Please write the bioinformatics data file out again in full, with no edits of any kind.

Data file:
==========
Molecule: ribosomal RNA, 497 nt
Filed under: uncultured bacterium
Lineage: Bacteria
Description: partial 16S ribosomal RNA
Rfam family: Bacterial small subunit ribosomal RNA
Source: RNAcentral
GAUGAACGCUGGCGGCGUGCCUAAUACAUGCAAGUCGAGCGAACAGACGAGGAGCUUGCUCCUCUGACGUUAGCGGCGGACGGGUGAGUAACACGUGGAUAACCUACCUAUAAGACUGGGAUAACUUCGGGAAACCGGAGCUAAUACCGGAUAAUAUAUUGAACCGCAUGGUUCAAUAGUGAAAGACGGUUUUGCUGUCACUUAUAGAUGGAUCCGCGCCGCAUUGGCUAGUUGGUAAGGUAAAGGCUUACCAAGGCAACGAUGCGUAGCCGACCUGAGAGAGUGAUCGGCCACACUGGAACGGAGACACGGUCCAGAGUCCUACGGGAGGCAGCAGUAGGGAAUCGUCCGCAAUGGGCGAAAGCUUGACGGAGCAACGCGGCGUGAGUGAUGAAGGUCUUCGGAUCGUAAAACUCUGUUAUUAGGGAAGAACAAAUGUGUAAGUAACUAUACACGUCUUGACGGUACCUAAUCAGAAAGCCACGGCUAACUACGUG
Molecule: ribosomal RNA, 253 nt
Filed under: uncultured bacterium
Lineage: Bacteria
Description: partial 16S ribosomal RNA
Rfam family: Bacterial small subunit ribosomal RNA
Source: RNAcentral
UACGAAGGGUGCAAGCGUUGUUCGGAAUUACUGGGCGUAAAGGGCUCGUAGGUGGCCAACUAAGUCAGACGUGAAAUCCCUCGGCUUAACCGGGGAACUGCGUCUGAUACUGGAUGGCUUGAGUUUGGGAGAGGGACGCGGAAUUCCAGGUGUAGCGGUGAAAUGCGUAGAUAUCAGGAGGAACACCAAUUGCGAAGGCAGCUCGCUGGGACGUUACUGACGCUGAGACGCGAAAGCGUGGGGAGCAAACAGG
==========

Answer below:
Molecule: ribosomal RNA, 497 nt
Filed under: uncultured bacterium
Lineage: Bacteria
Description: partial 16S ribosomal RNA
Rfam family: Bacterial small subunit ribosomal RNA
Source: RNAcentral
GAUGAACGCUGGCGGCGUGCCUAAUACAUGCAAGUCGAGCGAACAGACGAGGAGCUUGCUCCUCUGACGUUAGCGGCGGACGGGUGAGUAACACGUGGAUAACCUACCUAUAAGACUGGGAUAACUUCGGGAAACCGGAGCUAAUACCGGAUAAUAUAUUGAACCGCAUGGUUCAAUAGUGAAAGACGGUUUUGCUGUCACUUAUAGAUGGAUCCGCGCCGCAUUGGCUAGUUGGUAAGGUAAAGGCUUACCAAGGCAACGAUGCGUAGCCGACCUGAGAGAGUGAUCGGCCACACUGGAACGGAGACACGGUCCAGAGUCCUACGGGAGGCAGCAGUAGGGAAUCGUCCGCAAUGGGCGAAAGCUUGACGGAGCAACGCGGCGUGAGUGAUGAAGGUCUUCGGAUCGUAAAACUCUGUUAUUAGGGAAGAACAAAUGUGUAAGUAACUAUACACGUCUUGACGGUACCUAAUCAGAAAGCCACGGCUAACUACGUG
Molecule: ribosomal RNA, 253 nt
Filed under: uncultured bacterium
Lineage: Bacteria
Description: partial 16S ribosomal RNA
Rfam family: Bacterial small subunit ribosomal RNA
Source: RNAcentral
UACGAAGGGUGCAAGCGUUGUUCGGAAUUACUGGGCGUAAAGGGCUCGUAGGUGGCCAACUAAGUCAGACGUGAAAUCCCUCGGCUUAACCGGGGAACUGCGUCUGAUACUGGAUGGCUUGAGUUUGGGAGAGGGACGCGGAAUUCCAGGUGUAGCGGUGAAAUGCGUAGAUAUCAGGAGGAACACCAAUUGCGAAGGCAGCUCGCUGGGACGUUACUGACGCUGAGACGCGAAAGCGUGGGGAGCAAACAGG